Articles, Newsletters and Advisories
(by Stephen A. Antonelli)
By the time you are reading this, the federal government will have re-opened, at least temporarily. On Friday, Jan. 25, the president and Congress agreed to end a 35-day partial shutdown of the U.S. government—the longest in history—by passing a continuing resolution that will fund the government through Feb. 15.
Throughout the shutdown, there were numerous news stories concerning the deadlines by which federal courts were expecting to run out of money. As a result, employment litigators and other federal court practitioners questioned whether the shutdown would interfere with their clients’ filing deadlines and how it might affect their practices, generally. Early on, courts were expected to run out of operating funds by Jan. 18. That deadline was later extended to Jan. 25 and then to Feb. 1. Luckily, courts were able to maintain mostly normal operations until the shutdown ended.
Likewise, the shutdown did not affect the National Labor Relations Board (NLRB) or the U.S. Department of Labor (DOL). The same cannot be said for the Equal Employment Opportunity Commission (EEOC), which closed on Dec. 22 and did not reopen until Jan. 28. For the 37 days in between those dates, the EEOC did not process new charges of discrimination and it did not investigate pending charges.
According to the EEOC’s website, during the shutdown, most services were unavailable. Its toll-free phone numbers were unstaffed, its digital portals were inaccessible, and intake interviews were cancelled (unless a charging party was in danger of missing a filing deadline). In other words, unless a deadline was nearing, if parties to a charge of discrimination had questions about the status of a charge, those questions were likely unanswered during the shutdown.
Through a notice posted on its website, the EEOC provided information for potential charging parties as well as to those who had already filed and/or responded to a charge. Once posted, the website was not updated until the shutdown had ended and appropriations were enacted. A summary of the information provided by the EEOC is below.
Information Provided for Potential Charging Parties
The EEOC reminded potential charging parties that, generally, they must file charges of discrimination within 300 days of the incident of alleged discrimination. This deadline is only 180 days in states such as North Carolina, Georgia, Alabama, Mississippi or Arkansas, where there is no state fair employment practice agency. The EEOC clearly noted that the shutdown did not serve to extend these filing deadlines. As a result, it advised charging parties who were within 30 days of an expiring statute of limitations (or those who were unsure of a filing deadline) to immediately begin the process of filing a charge by downloading and submitting a pre-charge inquiry. The EEOC accepted pre-charge inquiries throughout the shutdown, but only via hand delivery, mail or fax because its online portal was not available.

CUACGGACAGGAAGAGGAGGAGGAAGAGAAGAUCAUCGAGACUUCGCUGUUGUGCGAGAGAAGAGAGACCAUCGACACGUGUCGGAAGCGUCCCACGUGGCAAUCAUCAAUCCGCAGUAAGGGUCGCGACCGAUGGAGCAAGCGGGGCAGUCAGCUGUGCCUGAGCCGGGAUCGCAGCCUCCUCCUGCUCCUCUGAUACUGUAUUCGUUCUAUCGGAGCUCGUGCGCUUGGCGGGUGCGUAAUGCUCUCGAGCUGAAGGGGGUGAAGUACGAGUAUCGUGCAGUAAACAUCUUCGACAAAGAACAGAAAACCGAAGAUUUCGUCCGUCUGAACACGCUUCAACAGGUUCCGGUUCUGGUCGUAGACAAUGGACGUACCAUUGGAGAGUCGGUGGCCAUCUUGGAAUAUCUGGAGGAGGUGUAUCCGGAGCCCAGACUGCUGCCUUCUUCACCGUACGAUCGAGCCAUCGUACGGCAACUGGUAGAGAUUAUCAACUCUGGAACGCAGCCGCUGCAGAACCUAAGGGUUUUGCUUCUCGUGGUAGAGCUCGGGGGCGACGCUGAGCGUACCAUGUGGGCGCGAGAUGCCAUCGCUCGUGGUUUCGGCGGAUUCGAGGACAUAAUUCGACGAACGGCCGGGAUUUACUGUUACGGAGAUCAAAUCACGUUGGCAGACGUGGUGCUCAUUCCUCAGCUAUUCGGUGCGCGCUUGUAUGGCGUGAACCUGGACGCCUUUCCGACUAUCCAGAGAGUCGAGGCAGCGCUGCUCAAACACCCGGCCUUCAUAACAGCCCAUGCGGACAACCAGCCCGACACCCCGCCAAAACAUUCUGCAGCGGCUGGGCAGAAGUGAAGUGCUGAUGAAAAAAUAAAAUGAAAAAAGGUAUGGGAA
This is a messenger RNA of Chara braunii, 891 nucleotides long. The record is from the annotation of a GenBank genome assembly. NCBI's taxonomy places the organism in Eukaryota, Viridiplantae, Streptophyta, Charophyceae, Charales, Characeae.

The EEOC also advised potential charging parties who were within 30 days of a filing deadline of how to file a timely charge. Charges must be dated and signed in writing (not typed). They must also include the following:
- The charging party’s name, address and phone number;
- The name, address and phone number of the respondent;
- The adverse action the charging party believes was discriminatory, when it occurred and the reason it was taken; and
- A request for the EEOC to take remedial action.
Information Provided for Parties to a Charge or Litigation
Despite the shutdown, employers were expected to comply with all deadlines for position statements and requests for information. Employers who typically seek extensions of these deadlines were not likely to have their requests granted during the shutdown as the EEOC did not have adequate staff to consider such requests.
The EEOC advised charging parties who have received notice of their right to sue, that the time limits for commencing litigation in federal court were not suspended as a result of the shutdown. As a result, it advised that charging parties who fail to file suit within the applicable time period set forth in the dismissal notice will lose the right to do so.
All mediations—whether for private or public sector matters—that were scheduled to occur during the shutdown, were cancelled until further notice. Now that the EEOC has resumed operations, mediators will contact the parties in each matter to reschedule the mediation.
During the shutdown, the EEOC continued to accept but did not process Freedom of Information Act (FOIA) requests. Now that the EEOC has resumed operations, it will begin to respond to messages left for the FOIA Requester Service Center and the FOIA Public Liaison in the order in which the messages were received. Depending on the volume of messages received, it may take the EEOC as long as 10 business days (until Feb. 8) to respond to your message.
Finally, all litigation involving the EEOC as a party was suspended unless a continuance had not been granted by the court.
In short, the EEOC resumed operations—at least temporarily—on Jan. 28. Its employees will have more than a month’s worth of “catch-up” work to do in addition to their normal responsibilities. Employees, employers and their respective counsel should expect significant delays as the EEOC processes and investigates a presumed backlog of charges of discrimination.
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